Center for Marxist Education

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The original Center for Marxist Education (CME) was set up in New York City about August 6, 1969, and incorporated on Jan. 14, 1970, after the Party's convention wherein it adopted a resolution establishing such a place. The U.S. government's Subversive Activities Control Board (SACB) held hearings on a petition filed July 17, 1970, by the Attorney General designating the CME as a Communist Party USA (CPUSA) "front organization."

The SACB held its hearings on the CME and made a finding on March 14, 1973, that the CME was a "communist front organization" and ordered it to register with the government as such. A reproduction of the Final Report, with many details about the CME and its staff/teachers/programs, was not only published by the SACB, but was included in a House Internal Security Committee (HISC) combined report on "The Communist Party Youth Program", issued April 1974.

In the HISC report, they also included hearings/reports on other CPUSA youth fronts, including Advance, Burning Issues Youth Organizations, and the successor to the CP's W.E.B. BuBois Clubs of America (DCA), the Young Workers Liberation League (YWLL).[1].

This publicatin is invaluable for understanding the youth programs of the CPUSA from the late 1950's thru the early 1970's, along with the many names it provides, some of whom were still fucntioning Party members or members of the Party-split-off, the Committee of Correspondence for Socialism and Democracy (COCSD) well into the first decade of the 21st century.

Key Leaders,Staff, Faculty and Speakers of the Center for Marxist Education, New York City

Among those CPUSA members whose names appeared in the HISC/SACB publications as being connected to the CME in New York City, we find:

Fall Term 1969 Teachers:



Center for Marxist Education is based in Cambridge Massachusetts and is run by the Communist Party USA and Committees of Correspondence for Democracy and Socialism.

History

According to director Gary Dotterman, the volunteer-run center—which will celebrate its thirtieth anniversary in January — 2005, is still open during limited hours on Thursday evenings, offering lectures, courses, book signings and film series. The center, which has a mailing list of 540 members, also operates the Bookmarx bookstore and hosts a weekly show on Cambridge cable television.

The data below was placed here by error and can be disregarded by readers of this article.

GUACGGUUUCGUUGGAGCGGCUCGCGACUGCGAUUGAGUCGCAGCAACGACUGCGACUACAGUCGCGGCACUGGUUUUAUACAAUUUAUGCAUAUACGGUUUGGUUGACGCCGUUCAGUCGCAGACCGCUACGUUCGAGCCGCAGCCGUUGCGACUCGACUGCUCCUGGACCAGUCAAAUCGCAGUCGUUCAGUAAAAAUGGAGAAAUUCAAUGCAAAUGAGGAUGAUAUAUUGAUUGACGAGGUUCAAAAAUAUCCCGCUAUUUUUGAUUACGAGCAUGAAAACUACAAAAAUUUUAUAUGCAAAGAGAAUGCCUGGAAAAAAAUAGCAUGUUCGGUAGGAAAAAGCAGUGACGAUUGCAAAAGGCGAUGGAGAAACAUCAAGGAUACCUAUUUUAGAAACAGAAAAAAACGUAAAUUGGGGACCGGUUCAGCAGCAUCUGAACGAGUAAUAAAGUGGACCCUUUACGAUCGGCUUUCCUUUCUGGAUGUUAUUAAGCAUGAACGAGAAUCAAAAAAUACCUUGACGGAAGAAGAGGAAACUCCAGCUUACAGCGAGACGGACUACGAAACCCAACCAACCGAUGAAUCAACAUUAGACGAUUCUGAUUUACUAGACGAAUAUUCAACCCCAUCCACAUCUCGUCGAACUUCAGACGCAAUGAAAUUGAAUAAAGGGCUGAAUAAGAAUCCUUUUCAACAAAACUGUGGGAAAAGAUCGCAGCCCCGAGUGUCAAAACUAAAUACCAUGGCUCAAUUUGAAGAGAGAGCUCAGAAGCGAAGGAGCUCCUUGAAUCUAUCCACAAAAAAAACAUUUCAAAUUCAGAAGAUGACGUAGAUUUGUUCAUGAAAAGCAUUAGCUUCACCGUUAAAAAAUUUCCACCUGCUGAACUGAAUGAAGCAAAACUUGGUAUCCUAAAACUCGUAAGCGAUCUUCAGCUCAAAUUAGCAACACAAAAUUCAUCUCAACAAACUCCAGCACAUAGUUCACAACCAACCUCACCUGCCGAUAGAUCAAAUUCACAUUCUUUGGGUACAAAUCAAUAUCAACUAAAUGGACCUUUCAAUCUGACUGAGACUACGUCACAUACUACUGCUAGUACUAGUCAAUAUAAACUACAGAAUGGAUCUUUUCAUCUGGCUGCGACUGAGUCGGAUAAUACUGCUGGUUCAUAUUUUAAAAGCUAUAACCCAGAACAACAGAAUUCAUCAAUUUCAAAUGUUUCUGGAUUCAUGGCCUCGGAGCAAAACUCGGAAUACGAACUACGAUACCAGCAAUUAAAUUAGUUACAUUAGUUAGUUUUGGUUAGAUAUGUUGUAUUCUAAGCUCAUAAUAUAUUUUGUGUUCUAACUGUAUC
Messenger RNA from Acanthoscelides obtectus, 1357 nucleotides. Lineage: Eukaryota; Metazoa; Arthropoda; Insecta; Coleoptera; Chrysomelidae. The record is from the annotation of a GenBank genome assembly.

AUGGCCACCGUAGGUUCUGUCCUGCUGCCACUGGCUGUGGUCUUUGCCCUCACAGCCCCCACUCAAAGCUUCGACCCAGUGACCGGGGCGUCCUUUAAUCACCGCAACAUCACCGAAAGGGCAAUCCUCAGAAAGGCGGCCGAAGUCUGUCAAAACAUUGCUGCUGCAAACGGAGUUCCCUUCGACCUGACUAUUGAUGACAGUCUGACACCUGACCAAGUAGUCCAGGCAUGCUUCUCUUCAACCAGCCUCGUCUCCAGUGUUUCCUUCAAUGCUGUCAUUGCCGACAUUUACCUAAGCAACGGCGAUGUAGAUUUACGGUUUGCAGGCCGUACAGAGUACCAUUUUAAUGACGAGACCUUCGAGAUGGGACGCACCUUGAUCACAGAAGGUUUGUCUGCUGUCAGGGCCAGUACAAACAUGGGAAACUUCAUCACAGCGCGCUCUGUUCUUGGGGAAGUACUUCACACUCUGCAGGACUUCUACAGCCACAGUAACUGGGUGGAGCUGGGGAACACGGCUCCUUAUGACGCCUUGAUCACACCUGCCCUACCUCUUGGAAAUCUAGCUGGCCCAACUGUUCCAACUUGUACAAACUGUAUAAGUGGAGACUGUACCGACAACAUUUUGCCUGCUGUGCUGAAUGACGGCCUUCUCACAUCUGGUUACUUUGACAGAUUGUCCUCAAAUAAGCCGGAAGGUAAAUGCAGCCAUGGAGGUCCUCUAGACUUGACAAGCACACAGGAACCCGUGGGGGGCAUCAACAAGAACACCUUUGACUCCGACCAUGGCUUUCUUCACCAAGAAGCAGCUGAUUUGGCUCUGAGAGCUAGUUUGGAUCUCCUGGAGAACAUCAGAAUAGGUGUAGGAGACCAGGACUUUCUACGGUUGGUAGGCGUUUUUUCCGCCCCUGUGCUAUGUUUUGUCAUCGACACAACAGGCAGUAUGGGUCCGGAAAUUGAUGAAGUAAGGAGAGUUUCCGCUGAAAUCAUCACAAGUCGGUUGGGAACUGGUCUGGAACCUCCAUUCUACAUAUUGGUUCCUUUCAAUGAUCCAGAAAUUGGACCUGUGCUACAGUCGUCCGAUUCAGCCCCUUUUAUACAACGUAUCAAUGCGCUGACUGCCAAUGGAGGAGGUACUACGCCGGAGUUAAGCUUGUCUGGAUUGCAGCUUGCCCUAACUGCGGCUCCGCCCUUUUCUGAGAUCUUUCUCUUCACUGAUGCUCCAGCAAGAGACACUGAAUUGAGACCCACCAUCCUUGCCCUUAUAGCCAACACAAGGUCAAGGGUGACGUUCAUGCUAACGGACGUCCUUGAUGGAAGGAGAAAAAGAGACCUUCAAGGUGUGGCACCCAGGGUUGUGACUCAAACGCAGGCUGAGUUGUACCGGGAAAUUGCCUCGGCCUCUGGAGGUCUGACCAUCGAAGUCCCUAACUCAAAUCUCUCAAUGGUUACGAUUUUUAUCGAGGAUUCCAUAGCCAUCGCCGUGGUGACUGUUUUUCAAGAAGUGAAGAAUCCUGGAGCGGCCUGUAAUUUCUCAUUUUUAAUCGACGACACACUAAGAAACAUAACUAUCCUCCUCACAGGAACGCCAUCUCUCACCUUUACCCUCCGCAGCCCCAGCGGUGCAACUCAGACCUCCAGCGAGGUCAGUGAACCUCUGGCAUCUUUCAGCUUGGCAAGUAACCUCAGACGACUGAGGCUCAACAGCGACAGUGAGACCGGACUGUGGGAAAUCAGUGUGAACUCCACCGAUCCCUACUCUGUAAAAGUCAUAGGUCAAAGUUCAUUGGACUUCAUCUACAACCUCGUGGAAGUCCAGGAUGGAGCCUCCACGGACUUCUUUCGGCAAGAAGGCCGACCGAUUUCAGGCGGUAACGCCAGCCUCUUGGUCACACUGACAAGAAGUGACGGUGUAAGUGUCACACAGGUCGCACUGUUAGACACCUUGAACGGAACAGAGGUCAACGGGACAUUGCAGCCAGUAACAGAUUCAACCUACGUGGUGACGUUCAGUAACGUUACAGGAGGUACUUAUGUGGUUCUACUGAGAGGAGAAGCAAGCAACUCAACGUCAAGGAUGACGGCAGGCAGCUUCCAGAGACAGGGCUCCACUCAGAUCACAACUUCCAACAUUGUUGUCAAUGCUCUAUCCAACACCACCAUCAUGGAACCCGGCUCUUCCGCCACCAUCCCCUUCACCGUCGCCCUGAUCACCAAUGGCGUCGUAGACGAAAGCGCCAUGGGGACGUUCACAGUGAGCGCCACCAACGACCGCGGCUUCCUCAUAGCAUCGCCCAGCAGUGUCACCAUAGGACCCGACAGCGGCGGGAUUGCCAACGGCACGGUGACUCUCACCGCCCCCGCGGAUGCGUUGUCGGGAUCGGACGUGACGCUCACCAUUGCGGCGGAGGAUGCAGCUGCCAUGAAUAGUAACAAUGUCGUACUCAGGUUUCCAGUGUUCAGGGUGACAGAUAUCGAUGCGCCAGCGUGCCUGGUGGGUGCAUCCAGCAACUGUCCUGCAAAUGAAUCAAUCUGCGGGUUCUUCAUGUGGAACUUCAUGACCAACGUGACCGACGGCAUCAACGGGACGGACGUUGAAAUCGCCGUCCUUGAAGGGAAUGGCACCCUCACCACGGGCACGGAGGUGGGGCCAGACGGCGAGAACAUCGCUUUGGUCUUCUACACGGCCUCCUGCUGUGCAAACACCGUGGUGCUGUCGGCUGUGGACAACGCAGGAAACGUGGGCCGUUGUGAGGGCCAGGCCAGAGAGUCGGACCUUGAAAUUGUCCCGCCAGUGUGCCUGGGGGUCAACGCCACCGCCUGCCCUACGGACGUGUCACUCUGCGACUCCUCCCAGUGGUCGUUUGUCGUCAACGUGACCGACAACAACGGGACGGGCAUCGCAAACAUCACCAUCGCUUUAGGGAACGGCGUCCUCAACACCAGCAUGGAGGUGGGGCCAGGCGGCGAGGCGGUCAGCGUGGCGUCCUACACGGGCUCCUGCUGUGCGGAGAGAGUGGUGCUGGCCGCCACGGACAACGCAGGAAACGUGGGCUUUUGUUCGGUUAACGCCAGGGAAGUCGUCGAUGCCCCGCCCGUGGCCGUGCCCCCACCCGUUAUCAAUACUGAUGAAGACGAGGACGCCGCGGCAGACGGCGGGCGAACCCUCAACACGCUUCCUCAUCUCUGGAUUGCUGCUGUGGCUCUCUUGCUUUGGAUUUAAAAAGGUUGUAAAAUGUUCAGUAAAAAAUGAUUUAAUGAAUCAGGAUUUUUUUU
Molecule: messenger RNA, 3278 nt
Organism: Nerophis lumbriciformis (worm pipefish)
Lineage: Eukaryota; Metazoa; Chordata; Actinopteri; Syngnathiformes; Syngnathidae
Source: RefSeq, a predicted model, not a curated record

“It’s mainly a place for people to come, converse, learn and explore new ideas and some old ideas,” Dodderman says.

The space on Mass. Ave. was first used as a headquarters for Communist Party USA candidate Laura Ross, who challenged legendary Massachusetts congressman Thomas P. “Tip” O’Neill in the 1970’s. After she lost—twice—the newly founded center took over the space, and to this day pays the rent using donations from members. One of its founders, MIT mathematician Dirk Struik, was banned from teaching during what Dotterman calls “the dark years of the McCarthy era.” Struik stayed on at MIT, and “he couldn’t teach but they had to pay him anyway,” Dotterman says.

Since then, the center’s space has been used by activists and hosted foreign dignitaries, including an ambassador from Haiti and representatives from Cuba. Dotterman says Harvard faculty members and students have taken part in the lecture series and study groups over the years. “We got a really good deal on the rent,” Dotterman says of the space. “We’ve grown up around it.”[2]

Director

In 2004 Al L. Sargis was the Director of the Center for Marxist Education.[3]

References

  1. The Communist Party Youth Program: Documents of the Subversive Activities Control Board on Advance and Burning Issues Youth Organizations, Center for Marxist Education, and Young Workers Liberation League, HISC, April 1974
  2. [1] Seeing Red A Communist guide to Cambridge, Harvard Crimson, December 09, 2004
  3. [2] Unfinished Business: Socialist Market Economy By Al L. Sargis, Political Affairs, January 2004